• study of a foreign language with the establishment of a connection with the native language, the search for associations;
    • reading books with an analysis of each page read and fantasizing about further events.

    Synchronized drawing improves motor skills and improves eye coordination. Take a large piece of paper and hold a pencil in both hands. Then you need to start mirroring objects at the same time. With two hands, you need to draw circles, ovals, triangles, squares, rectangles and other objects.

    The next task is reduced to continuous writing of eights. First, they are drawn alternately with the left and right hand, then synchronously with both hands. Then, along with the eights, a lowercase letter “a” is written, followed again by the numbers “8”. In the same way, the following letters of the alphabet are written interspersed with eights.

    Experts recommend improving memory by looking at an old photo album. Development occurs along with the memories of past events.

    All training exercises contribute to maintaining the tone of the brain throughout the day, increasing efficiency, maintaining a clear and sharp mind until old age.

    Basic mistakes

    Quite often the cognitive thought process leads certain beliefs to distortion. And then 9 appear0021 pattern deviations in thinking. For example, there are known cases of people's tendency to deny the opinions of strangers who are not part of their group, and to fully agree with like-minded classmates, even if the statements of those are unfounded and unjustified.

    There are many errors associated with cognitive bias. We list the most common of them.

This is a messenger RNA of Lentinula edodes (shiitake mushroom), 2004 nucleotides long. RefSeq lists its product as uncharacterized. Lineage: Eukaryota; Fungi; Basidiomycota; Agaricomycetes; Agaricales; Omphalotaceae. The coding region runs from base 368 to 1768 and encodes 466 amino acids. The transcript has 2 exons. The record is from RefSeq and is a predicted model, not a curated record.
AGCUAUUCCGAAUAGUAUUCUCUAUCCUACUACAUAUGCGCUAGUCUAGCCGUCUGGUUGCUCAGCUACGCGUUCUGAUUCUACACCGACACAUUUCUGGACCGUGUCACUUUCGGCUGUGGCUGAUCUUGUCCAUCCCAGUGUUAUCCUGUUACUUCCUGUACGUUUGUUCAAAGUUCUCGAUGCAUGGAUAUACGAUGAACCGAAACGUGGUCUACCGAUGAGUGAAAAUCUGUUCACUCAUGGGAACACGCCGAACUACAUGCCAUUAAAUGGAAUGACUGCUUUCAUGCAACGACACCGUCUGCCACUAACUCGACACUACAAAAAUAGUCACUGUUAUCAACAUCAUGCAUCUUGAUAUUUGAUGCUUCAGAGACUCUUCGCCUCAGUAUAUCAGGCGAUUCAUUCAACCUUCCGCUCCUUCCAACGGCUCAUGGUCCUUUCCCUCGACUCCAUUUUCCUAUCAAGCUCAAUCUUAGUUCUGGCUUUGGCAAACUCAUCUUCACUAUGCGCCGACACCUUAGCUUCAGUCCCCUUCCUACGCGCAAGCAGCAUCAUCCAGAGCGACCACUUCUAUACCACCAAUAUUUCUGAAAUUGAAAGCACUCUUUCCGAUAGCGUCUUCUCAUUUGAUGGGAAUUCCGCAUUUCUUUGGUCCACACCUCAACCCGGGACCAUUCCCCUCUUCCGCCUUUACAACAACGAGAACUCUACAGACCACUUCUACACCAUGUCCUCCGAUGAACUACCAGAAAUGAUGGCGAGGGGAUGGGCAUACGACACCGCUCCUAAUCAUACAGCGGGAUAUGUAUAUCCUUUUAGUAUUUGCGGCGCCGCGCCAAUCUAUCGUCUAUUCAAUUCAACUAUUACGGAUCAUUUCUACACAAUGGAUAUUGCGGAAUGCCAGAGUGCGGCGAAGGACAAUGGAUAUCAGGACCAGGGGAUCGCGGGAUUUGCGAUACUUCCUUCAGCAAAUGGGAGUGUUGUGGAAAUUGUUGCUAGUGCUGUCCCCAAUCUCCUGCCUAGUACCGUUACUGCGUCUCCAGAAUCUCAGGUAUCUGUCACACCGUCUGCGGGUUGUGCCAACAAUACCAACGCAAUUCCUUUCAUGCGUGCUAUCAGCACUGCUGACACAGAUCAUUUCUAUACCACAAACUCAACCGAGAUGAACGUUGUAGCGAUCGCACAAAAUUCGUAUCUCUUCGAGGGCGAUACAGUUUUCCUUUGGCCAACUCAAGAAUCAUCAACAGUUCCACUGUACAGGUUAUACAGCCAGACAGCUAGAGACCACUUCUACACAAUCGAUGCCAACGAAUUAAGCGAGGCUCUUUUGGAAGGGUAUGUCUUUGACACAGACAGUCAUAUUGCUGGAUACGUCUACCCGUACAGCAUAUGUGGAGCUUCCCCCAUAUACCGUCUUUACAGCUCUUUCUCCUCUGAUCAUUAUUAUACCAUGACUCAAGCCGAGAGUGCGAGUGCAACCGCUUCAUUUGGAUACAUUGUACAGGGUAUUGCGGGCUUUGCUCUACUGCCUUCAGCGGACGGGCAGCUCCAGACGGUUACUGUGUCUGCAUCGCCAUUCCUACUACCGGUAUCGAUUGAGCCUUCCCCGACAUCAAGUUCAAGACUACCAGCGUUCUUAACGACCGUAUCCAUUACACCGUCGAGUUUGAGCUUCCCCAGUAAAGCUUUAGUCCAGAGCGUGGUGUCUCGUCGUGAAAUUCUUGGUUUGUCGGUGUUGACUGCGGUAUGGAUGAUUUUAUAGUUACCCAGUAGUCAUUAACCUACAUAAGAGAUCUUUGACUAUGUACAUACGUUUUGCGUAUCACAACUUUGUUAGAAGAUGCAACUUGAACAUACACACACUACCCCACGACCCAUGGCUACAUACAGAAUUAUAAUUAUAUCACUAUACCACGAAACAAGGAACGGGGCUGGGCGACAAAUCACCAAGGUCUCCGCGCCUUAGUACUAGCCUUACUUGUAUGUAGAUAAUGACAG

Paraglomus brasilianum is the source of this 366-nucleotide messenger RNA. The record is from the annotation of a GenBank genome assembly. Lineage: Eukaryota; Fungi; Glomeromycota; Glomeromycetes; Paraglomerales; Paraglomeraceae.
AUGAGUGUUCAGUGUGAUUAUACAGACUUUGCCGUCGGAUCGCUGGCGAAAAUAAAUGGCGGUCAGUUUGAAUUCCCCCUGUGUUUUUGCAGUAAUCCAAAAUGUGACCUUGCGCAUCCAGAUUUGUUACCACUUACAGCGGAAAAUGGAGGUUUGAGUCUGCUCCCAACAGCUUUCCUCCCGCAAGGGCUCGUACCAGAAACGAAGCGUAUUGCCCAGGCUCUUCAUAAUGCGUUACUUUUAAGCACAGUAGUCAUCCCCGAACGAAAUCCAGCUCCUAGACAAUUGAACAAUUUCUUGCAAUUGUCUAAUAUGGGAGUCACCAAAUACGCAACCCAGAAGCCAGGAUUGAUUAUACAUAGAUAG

All-or-Nothing Thinking

    Some people, especially perfectionists, tend to go to extremes. They believe that if a task is not 100% completed, then it is not ready. The call master came late, which means that he is a bad specialist, and you should not resort to the services of the company where he works anymore. If a dieter accidentally ate a pie, then there is no point in sticking to a dietary diet, since all efforts are reduced to zero.

    Generalization of special cases

    Any accidental misconduct is a reason to unreasonably transfer a single case to a cumulative action. A single event leads people to conclude that this is always the case. Or, conversely, never. A person who has not submitted a report on time is worried that now he will never be promoted. The employee performed the order poorly, which means that he is a bad employee and always does a poor job with all tasks.


    Sometimes some minor incident turns into a disaster. A novice jumper is slightly injured during a jump, after which he decides that this sport is not suitable for him, since he is unlikely to be able to land correctly.

    Psychologists recommend keeping a diary in which you need to record all your fears. Be sure to highlight the positive and negative points.

    Over time, a person begins to see positive moments and learns to get himself out of any unpleasant situations.

    Sticking labels

    Quite often in groups a strong opinion about some person is fixed because of a single specific event . For example, a colleague at a corporate party got drunk. He is labeled as a drunkard. Although in fact, it could be an isolated incident that will never happen again. Another employee went deep into his own thoughts and did not greet those around him. He was immediately considered an arrogant ignoramus.

    Labels give rise to negative emotions and distort reality. We must learn to objectively assess the situation, not relying on a single fact. Once a late person does not always demonstrate his indiscipline. You need to be able to separate emotions from concrete phenomena.

    Unfounded conclusions

    Sometimes a person takes on the function of conjecture and tries to read the thoughts of another person, making a conclusion about her negative attitude towards her person. A person unreasonably believes that he is being treated badly.

    Quite often people without any reason predict future events not in their favor. For example, during a speech, the speaker made several mistakes that gave him reason to believe that now he will never be invited to the conference.